The Afshar experiment (2005 ) is a lovely variant on the famous two-slit experiment. In this experiment, a grid is placed at the location of the dark fringes in what would be an interference pattern, but downstream from that location, the photon beam is subjected to a “which slit” measurement by way of lenses. However, its alleged significance is based on ambiguous and misleading terminology, and it has been widely misunderstood (and its significance has been consequently widely overstated). A colleague of mine recently submitted a paper on the experiment to a peer-reviewed journal in which he questioned claims about the experiment’s alleged implications. He sent me some unfavorable reviews he received, in which both reviewers claimed that the experiment remained a “paradox.” They defended Afshar’s claim that the experiment challenges fundamental principles of quantum theory, such as the idea that one cannot obtain outcomes for two incompatible observables in a single measurement. The latter idea was pointed to by Niels Bohr in his “principle of complementarity” (POC), which Afshar claims to have refuted by his experiment. This brief post is an attempt to update and to correct the record, since key claims regarding the experiment’s significance have in fact long ago been refuted.
While the present writer is not a fan of Bohr’s pronouncements about quantum theory, and has argued elsewhere that his POC fails to pass muster as a interpretive principle, I did analyze the Afshar experiment back in 2005 , showing that there is in fact nothing at all paradoxical about it, and that it does not refute the basic quantum principle that you can’t obtain values for incompatible observables in a single measurement. (The published paper can be found here. It also discusses the application of the Transactional interpretation to the Experiment.)
What the Afshar experiment does is to prepare a photon in a superposition of slits, subject it to a non-disturbing “null” measurement that confirms the prepared state (this is the grid placed at the dark areas for the predicted interference pattern), and then subsequently subject the photon to a “which slit” measurement. This process is fully equivalent (in terms of the quantum formalism) to first preparing a spin-1/2 particle (such as a silver atom) in a state of “spin up along x,” then confirming that it is in that state by having it pass through an x-oriented Stern-Gerlach device with a detector only for the state “spin down along x” (which of course never activates, since the particle was prepared in “spin up”), and finally allowing the particle to continue on to a z-oriented Stern-Gerlach device which detects it in either “spin up along z” or “spin down along z.”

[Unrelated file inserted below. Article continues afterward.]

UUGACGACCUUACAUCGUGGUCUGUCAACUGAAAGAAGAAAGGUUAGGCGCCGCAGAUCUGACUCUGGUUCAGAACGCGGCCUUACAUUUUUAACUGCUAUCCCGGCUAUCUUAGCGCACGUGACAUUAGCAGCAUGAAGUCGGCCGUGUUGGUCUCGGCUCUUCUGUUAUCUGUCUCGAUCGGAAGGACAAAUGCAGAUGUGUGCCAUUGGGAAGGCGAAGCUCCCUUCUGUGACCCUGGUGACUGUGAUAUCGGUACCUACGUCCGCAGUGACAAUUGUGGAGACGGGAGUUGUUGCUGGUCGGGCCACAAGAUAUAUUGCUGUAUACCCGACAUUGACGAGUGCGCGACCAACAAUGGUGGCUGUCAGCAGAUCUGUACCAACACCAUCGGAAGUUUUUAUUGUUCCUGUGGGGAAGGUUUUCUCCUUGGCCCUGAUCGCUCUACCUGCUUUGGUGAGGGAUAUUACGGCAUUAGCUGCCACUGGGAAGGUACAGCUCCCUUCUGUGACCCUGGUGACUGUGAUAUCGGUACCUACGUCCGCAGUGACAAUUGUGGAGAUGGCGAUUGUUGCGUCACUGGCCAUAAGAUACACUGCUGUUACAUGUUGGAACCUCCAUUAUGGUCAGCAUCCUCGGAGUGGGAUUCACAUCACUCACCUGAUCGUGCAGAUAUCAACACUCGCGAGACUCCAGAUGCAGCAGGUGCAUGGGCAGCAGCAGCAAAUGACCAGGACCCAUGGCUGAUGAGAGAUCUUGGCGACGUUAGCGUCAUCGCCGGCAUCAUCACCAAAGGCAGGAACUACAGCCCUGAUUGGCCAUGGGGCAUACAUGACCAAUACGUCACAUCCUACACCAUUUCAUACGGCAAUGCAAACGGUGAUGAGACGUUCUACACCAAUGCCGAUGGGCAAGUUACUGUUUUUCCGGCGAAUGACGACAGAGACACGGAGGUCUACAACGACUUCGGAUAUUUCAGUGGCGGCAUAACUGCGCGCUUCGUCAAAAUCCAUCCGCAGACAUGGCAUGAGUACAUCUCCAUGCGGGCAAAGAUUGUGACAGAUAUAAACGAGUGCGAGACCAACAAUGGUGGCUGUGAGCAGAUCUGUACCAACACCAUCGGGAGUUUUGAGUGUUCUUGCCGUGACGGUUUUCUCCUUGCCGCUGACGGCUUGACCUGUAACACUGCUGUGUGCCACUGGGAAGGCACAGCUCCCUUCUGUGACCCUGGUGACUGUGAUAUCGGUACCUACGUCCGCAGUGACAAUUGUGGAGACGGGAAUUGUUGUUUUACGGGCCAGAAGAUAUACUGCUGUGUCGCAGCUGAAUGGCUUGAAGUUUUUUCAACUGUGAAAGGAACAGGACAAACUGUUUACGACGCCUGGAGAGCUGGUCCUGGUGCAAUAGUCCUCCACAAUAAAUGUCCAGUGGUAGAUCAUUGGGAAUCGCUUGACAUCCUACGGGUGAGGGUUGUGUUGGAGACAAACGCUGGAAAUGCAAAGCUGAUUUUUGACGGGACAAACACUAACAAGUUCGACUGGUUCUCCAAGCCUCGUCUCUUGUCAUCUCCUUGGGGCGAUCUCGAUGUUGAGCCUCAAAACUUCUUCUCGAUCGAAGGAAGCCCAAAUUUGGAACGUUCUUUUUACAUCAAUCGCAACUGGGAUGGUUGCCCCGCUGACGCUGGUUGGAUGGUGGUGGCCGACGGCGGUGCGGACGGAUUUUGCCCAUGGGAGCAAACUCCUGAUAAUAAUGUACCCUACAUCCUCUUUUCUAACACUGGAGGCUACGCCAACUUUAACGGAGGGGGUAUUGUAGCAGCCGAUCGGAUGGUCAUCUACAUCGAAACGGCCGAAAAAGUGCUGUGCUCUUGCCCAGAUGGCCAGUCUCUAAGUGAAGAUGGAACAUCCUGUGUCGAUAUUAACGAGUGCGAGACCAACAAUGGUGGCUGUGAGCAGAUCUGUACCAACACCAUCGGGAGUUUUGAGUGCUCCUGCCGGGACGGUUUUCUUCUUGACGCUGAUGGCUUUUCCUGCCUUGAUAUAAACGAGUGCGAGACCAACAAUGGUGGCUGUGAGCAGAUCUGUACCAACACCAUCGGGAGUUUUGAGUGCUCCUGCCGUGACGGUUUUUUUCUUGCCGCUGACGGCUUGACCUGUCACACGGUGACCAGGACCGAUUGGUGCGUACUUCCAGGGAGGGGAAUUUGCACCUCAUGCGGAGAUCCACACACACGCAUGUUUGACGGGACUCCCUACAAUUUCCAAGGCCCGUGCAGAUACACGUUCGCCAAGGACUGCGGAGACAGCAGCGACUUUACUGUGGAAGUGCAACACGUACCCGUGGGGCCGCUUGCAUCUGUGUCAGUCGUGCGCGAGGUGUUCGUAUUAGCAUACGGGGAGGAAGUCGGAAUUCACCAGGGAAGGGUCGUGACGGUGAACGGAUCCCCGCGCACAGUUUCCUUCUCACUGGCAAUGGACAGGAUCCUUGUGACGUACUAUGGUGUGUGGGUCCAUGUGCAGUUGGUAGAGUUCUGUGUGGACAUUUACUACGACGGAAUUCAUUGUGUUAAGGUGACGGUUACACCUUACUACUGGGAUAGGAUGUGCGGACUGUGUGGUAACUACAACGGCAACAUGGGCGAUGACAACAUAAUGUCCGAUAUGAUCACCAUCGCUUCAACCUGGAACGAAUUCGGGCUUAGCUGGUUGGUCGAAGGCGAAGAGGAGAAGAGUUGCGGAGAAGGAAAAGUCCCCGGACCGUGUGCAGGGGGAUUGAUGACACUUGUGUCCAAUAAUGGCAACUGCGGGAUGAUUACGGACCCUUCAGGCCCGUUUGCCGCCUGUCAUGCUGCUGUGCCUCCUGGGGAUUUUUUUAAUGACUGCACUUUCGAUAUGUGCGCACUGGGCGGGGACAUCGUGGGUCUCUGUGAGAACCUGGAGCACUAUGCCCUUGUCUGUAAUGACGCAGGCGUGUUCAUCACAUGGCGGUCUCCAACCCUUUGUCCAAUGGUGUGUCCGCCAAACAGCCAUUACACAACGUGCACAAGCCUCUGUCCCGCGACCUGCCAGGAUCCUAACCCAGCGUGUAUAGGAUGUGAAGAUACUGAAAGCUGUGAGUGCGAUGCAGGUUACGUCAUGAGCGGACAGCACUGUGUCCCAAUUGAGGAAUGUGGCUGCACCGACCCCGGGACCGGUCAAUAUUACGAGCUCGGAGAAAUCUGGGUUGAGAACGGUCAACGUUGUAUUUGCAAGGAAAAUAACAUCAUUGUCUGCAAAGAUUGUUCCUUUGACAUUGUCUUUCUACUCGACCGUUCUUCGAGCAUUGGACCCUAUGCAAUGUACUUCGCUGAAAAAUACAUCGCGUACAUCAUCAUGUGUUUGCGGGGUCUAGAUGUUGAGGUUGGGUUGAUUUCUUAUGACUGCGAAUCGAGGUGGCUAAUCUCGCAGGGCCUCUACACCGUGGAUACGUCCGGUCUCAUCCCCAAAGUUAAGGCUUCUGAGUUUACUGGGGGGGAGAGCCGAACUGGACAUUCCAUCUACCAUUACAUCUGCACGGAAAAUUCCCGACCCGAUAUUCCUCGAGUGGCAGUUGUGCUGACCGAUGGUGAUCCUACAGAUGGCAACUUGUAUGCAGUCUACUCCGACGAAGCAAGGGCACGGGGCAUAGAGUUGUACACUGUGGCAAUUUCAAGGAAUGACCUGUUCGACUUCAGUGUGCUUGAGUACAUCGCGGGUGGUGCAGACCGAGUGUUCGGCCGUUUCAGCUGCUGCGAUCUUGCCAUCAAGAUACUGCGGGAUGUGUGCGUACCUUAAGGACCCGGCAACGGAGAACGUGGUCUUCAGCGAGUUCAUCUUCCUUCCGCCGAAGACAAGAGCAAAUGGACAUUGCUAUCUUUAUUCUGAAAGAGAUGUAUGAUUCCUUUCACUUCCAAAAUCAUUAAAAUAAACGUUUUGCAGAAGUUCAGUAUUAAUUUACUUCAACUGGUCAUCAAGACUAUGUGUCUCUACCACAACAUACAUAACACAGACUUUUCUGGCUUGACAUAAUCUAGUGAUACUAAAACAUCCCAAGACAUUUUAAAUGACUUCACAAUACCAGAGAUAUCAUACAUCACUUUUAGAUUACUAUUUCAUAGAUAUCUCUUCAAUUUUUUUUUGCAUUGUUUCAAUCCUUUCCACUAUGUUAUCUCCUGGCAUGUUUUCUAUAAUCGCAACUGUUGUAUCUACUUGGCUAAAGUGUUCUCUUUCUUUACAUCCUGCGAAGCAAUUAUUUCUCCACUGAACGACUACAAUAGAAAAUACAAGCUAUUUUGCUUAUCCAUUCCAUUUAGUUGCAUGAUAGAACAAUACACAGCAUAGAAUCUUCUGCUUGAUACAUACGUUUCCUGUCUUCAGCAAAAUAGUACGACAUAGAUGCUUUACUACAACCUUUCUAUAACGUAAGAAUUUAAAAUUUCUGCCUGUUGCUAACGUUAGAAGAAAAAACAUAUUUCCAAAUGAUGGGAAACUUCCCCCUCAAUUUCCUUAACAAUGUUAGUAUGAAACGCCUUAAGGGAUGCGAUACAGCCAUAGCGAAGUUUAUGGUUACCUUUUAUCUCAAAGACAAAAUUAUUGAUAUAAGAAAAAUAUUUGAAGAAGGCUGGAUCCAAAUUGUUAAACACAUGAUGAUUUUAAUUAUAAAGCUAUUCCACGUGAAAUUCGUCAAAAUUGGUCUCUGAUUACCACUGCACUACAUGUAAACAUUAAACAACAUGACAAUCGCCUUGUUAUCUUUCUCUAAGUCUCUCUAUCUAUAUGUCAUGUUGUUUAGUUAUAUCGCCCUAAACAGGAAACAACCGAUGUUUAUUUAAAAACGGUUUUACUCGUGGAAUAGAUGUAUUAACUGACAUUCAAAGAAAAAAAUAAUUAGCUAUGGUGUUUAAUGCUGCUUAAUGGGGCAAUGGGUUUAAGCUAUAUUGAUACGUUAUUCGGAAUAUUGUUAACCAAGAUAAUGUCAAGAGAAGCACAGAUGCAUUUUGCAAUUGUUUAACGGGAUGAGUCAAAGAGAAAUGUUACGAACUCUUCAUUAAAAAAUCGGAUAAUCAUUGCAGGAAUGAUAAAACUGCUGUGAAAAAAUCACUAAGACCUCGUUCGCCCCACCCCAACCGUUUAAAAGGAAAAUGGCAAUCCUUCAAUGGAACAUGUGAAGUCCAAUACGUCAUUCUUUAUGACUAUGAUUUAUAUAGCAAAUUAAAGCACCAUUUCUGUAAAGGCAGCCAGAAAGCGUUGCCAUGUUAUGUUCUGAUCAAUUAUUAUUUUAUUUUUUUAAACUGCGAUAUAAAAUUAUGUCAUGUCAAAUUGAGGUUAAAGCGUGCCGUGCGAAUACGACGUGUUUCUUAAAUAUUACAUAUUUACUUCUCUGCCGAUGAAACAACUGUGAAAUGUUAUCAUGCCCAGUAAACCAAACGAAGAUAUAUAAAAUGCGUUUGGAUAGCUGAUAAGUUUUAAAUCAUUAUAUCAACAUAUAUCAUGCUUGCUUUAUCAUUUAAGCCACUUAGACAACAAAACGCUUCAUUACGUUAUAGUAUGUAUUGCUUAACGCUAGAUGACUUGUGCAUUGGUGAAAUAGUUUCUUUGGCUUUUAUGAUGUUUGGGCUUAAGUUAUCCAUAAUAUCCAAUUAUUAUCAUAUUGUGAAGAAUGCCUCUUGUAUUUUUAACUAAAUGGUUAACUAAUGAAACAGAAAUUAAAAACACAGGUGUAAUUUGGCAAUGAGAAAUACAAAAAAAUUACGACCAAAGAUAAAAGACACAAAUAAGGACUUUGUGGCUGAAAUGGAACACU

Presumably, Bohr would not have thought that such a spin experiment contradicted his POC, since one can certainly prepare a particle in a state, confirm that state through a null measurement of the same observable, and then subject the particle to a measurement of a non-commuting observable. That sequence of perfectly mundane measurements is all that is going on the in the Afshar experiment, as elegant an experimental exercise in quantum optics as it may be. The only criticism of Bohr’s POC that one might make here is that he didn’t state it very precisely; he sometimes stated it in terms of an “experimental setup” or a “single experiment.” He really intended the idea that one cannot obtain values for incompatible observables in a single measurement, not in a single experiment, because of course one can do a sequence of different measurements in a single experiment.